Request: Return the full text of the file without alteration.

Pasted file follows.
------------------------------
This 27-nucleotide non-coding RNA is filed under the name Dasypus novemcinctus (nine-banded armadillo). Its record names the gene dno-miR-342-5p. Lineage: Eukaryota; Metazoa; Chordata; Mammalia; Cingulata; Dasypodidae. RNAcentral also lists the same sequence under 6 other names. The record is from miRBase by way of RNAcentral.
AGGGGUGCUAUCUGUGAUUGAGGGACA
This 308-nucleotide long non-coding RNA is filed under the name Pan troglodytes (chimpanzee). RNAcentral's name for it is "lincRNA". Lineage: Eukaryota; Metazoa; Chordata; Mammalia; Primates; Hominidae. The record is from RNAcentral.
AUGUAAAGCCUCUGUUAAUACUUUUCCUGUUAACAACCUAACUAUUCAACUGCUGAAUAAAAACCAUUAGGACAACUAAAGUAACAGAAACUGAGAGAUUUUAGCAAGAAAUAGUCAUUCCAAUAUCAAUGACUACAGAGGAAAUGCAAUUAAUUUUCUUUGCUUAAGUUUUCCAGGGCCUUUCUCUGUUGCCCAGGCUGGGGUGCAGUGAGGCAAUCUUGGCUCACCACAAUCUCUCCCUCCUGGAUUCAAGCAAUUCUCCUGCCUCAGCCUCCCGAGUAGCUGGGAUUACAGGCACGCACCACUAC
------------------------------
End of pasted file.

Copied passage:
This 27-nucleotide non-coding RNA is filed under the name Dasypus novemcinctus (nine-banded armadillo). Its record names the gene dno-miR-342-5p. Lineage: Eukaryota; Metazoa; Chordata; Mammalia; Cingulata; Dasypodidae. RNAcentral also lists the same sequence under 6 other names. The record is from miRBase by way of RNAcentral.
AGGGGUGCUAUCUGUGAUUGAGGGACA
This 308-nucleotide long non-coding RNA is filed under the name Pan troglodytes (chimpanzee). RNAcentral's name for it is "lincRNA". Lineage: Eukaryota; Metazoa; Chordata; Mammalia; Primates; Hominidae. The record is from RNAcentral.
AUGUAAAGCCUCUGUUAAUACUUUUCCUGUUAACAACCUAACUAUUCAACUGCUGAAUAAAAACCAUUAGGACAACUAAAGUAACAGAAACUGAGAGAUUUUAGCAAGAAAUAGUCAUUCCAAUAUCAAUGACUACAGAGGAAAUGCAAUUAAUUUUCUUUGCUUAAGUUUUCCAGGGCCUUUCUCUGUUGCCCAGGCUGGGGUGCAGUGAGGCAAUCUUGGCUCACCACAAUCUCUCCCUCCUGGAUUCAAGCAAUUCUCCUGCCUCAGCCUCCCGAGUAGCUGGGAUUACAGGCACGCACCACUAC